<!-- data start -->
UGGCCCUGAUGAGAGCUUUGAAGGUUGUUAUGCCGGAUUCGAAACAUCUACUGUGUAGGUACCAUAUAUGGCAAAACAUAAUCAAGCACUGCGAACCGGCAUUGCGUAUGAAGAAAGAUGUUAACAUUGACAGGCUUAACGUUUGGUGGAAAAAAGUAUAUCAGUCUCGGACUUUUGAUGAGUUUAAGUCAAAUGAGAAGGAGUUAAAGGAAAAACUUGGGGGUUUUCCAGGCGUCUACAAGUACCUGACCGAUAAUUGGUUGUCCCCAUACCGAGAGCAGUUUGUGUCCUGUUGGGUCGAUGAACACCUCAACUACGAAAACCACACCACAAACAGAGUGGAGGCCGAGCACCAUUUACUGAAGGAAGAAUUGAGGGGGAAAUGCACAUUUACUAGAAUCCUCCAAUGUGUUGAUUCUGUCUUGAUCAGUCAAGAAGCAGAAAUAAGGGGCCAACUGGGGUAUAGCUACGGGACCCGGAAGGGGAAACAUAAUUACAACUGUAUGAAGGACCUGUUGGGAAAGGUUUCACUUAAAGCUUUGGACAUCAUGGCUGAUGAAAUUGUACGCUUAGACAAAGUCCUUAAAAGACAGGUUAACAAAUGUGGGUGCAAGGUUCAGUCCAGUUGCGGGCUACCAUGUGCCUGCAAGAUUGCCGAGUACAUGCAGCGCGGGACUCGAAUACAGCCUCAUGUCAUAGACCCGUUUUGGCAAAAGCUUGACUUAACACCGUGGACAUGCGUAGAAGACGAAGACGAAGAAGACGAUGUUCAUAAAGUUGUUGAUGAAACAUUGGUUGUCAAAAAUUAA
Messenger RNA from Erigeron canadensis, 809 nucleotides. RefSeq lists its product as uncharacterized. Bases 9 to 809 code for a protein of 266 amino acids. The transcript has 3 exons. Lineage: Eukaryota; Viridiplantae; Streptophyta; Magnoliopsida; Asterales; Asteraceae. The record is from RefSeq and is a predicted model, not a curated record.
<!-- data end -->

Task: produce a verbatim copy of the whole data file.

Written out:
UGGCCCUGAUGAGAGCUUUGAAGGUUGUUAUGCCGGAUUCGAAACAUCUACUGUGUAGGUACCAUAUAUGGCAAAACAUAAUCAAGCACUGCGAACCGGCAUUGCGUAUGAAGAAAGAUGUUAACAUUGACAGGCUUAACGUUUGGUGGAAAAAAGUAUAUCAGUCUCGGACUUUUGAUGAGUUUAAGUCAAAUGAGAAGGAGUUAAAGGAAAAACUUGGGGGUUUUCCAGGCGUCUACAAGUACCUGACCGAUAAUUGGUUGUCCCCAUACCGAGAGCAGUUUGUGUCCUGUUGGGUCGAUGAACACCUCAACUACGAAAACCACACCACAAACAGAGUGGAGGCCGAGCACCAUUUACUGAAGGAAGAAUUGAGGGGGAAAUGCACAUUUACUAGAAUCCUCCAAUGUGUUGAUUCUGUCUUGAUCAGUCAAGAAGCAGAAAUAAGGGGCCAACUGGGGUAUAGCUACGGGACCCGGAAGGGGAAACAUAAUUACAACUGUAUGAAGGACCUGUUGGGAAAGGUUUCACUUAAAGCUUUGGACAUCAUGGCUGAUGAAAUUGUACGCUUAGACAAAGUCCUUAAAAGACAGGUUAACAAAUGUGGGUGCAAGGUUCAGUCCAGUUGCGGGCUACCAUGUGCCUGCAAGAUUGCCGAGUACAUGCAGCGCGGGACUCGAAUACAGCCUCAUGUCAUAGACCCGUUUUGGCAAAAGCUUGACUUAACACCGUGGACAUGCGUAGAAGACGAAGACGAAGAAGACGAUGUUCAUAAAGUUGUUGAUGAAACAUUGGUUGUCAAAAAUUAA
Messenger RNA from Erigeron canadensis, 809 nucleotides. RefSeq lists its product as uncharacterized. Bases 9 to 809 code for a protein of 266 amino acids. The transcript has 3 exons. Lineage: Eukaryota; Viridiplantae; Streptophyta; Magnoliopsida; Asterales; Asteraceae. The record is from RefSeq and is a predicted model, not a curated record.